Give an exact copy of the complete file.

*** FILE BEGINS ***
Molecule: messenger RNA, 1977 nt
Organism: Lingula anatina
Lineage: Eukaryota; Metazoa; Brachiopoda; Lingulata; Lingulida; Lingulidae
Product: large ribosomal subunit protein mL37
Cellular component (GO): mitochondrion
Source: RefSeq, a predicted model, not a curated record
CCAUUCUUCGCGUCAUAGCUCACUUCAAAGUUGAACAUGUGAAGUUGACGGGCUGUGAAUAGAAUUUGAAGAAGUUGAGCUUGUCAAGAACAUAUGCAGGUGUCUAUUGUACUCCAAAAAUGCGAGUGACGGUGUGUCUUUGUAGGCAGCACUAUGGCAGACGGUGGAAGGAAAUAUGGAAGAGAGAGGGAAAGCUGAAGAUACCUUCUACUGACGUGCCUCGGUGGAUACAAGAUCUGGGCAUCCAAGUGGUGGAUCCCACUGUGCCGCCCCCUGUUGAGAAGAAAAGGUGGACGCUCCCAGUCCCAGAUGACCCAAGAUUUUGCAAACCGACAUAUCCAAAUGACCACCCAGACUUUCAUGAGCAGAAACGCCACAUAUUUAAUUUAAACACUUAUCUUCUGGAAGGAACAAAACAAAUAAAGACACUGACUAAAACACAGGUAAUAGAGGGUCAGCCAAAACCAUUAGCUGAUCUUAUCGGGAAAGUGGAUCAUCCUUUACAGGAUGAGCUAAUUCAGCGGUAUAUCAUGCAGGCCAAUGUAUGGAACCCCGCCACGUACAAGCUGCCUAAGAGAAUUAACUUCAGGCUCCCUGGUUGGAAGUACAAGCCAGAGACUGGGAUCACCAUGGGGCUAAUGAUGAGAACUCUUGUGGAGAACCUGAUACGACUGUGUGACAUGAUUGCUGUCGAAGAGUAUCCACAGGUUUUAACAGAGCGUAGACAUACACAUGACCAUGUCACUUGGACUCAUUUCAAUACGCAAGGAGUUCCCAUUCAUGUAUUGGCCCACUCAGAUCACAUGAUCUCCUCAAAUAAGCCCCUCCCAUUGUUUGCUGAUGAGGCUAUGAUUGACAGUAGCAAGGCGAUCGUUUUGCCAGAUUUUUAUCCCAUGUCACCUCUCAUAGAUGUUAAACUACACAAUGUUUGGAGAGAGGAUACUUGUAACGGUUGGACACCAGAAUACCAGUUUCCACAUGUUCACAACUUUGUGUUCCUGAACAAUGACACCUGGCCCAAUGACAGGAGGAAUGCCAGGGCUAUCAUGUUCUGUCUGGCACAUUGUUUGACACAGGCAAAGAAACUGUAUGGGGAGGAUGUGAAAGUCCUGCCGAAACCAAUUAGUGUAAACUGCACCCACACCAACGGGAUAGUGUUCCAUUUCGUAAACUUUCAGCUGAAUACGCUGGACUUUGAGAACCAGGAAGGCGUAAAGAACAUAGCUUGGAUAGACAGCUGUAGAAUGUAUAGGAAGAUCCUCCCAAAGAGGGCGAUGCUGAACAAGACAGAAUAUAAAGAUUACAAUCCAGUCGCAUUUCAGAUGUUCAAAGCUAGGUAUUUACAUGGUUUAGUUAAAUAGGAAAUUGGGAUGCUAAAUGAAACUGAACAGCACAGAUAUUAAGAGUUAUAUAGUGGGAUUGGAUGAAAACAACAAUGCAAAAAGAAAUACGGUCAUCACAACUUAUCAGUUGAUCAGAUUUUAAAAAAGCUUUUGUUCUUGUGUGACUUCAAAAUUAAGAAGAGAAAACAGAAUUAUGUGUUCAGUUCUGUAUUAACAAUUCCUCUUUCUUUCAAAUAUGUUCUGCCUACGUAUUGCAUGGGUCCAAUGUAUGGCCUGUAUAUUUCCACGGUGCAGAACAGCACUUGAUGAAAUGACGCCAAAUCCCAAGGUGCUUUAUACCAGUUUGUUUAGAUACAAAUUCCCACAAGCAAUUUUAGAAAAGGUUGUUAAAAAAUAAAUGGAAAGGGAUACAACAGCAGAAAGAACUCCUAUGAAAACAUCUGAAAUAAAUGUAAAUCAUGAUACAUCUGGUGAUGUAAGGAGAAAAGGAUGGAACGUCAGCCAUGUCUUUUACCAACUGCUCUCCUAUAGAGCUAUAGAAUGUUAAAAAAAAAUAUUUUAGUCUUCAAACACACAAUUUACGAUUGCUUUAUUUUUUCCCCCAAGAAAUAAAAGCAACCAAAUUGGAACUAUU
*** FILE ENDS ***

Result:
Molecule: messenger RNA, 1977 nt
Organism: Lingula anatina
Lineage: Eukaryota; Metazoa; Brachiopoda; Lingulata; Lingulida; Lingulidae
Product: large ribosomal subunit protein mL37
Cellular component (GO): mitochondrion
Source: RefSeq, a predicted model, not a curated record
CCAUUCUUCGCGUCAUAGCUCACUUCAAAGUUGAACAUGUGAAGUUGACGGGCUGUGAAUAGAAUUUGAAGAAGUUGAGCUUGUCAAGAACAUAUGCAGGUGUCUAUUGUACUCCAAAAAUGCGAGUGACGGUGUGUCUUUGUAGGCAGCACUAUGGCAGACGGUGGAAGGAAAUAUGGAAGAGAGAGGGAAAGCUGAAGAUACCUUCUACUGACGUGCCUCGGUGGAUACAAGAUCUGGGCAUCCAAGUGGUGGAUCCCACUGUGCCGCCCCCUGUUGAGAAGAAAAGGUGGACGCUCCCAGUCCCAGAUGACCCAAGAUUUUGCAAACCGACAUAUCCAAAUGACCACCCAGACUUUCAUGAGCAGAAACGCCACAUAUUUAAUUUAAACACUUAUCUUCUGGAAGGAACAAAACAAAUAAAGACACUGACUAAAACACAGGUAAUAGAGGGUCAGCCAAAACCAUUAGCUGAUCUUAUCGGGAAAGUGGAUCAUCCUUUACAGGAUGAGCUAAUUCAGCGGUAUAUCAUGCAGGCCAAUGUAUGGAACCCCGCCACGUACAAGCUGCCUAAGAGAAUUAACUUCAGGCUCCCUGGUUGGAAGUACAAGCCAGAGACUGGGAUCACCAUGGGGCUAAUGAUGAGAACUCUUGUGGAGAACCUGAUACGACUGUGUGACAUGAUUGCUGUCGAAGAGUAUCCACAGGUUUUAACAGAGCGUAGACAUACACAUGACCAUGUCACUUGGACUCAUUUCAAUACGCAAGGAGUUCCCAUUCAUGUAUUGGCCCACUCAGAUCACAUGAUCUCCUCAAAUAAGCCCCUCCCAUUGUUUGCUGAUGAGGCUAUGAUUGACAGUAGCAAGGCGAUCGUUUUGCCAGAUUUUUAUCCCAUGUCACCUCUCAUAGAUGUUAAACUACACAAUGUUUGGAGAGAGGAUACUUGUAACGGUUGGACACCAGAAUACCAGUUUCCACAUGUUCACAACUUUGUGUUCCUGAACAAUGACACCUGGCCCAAUGACAGGAGGAAUGCCAGGGCUAUCAUGUUCUGUCUGGCACAUUGUUUGACACAGGCAAAGAAACUGUAUGGGGAGGAUGUGAAAGUCCUGCCGAAACCAAUUAGUGUAAACUGCACCCACACCAACGGGAUAGUGUUCCAUUUCGUAAACUUUCAGCUGAAUACGCUGGACUUUGAGAACCAGGAAGGCGUAAAGAACAUAGCUUGGAUAGACAGCUGUAGAAUGUAUAGGAAGAUCCUCCCAAAGAGGGCGAUGCUGAACAAGACAGAAUAUAAAGAUUACAAUCCAGUCGCAUUUCAGAUGUUCAAAGCUAGGUAUUUACAUGGUUUAGUUAAAUAGGAAAUUGGGAUGCUAAAUGAAACUGAACAGCACAGAUAUUAAGAGUUAUAUAGUGGGAUUGGAUGAAAACAACAAUGCAAAAAGAAAUACGGUCAUCACAACUUAUCAGUUGAUCAGAUUUUAAAAAAGCUUUUGUUCUUGUGUGACUUCAAAAUUAAGAAGAGAAAACAGAAUUAUGUGUUCAGUUCUGUAUUAACAAUUCCUCUUUCUUUCAAAUAUGUUCUGCCUACGUAUUGCAUGGGUCCAAUGUAUGGCCUGUAUAUUUCCACGGUGCAGAACAGCACUUGAUGAAAUGACGCCAAAUCCCAAGGUGCUUUAUACCAGUUUGUUUAGAUACAAAUUCCCACAAGCAAUUUUAGAAAAGGUUGUUAAAAAAUAAAUGGAAAGGGAUACAACAGCAGAAAGAACUCCUAUGAAAACAUCUGAAAUAAAUGUAAAUCAUGAUACAUCUGGUGAUGUAAGGAGAAAAGGAUGGAACGUCAGCCAUGUCUUUUACCAACUGCUCUCCUAUAGAGCUAUAGAAUGUUAAAAAAAAAUAUUUUAGUCUUCAAACACACAAUUUACGAUUGCUUUAUUUUUUCCCCCAAGAAAUAAAAGCAACCAAAUUGGAACUAUU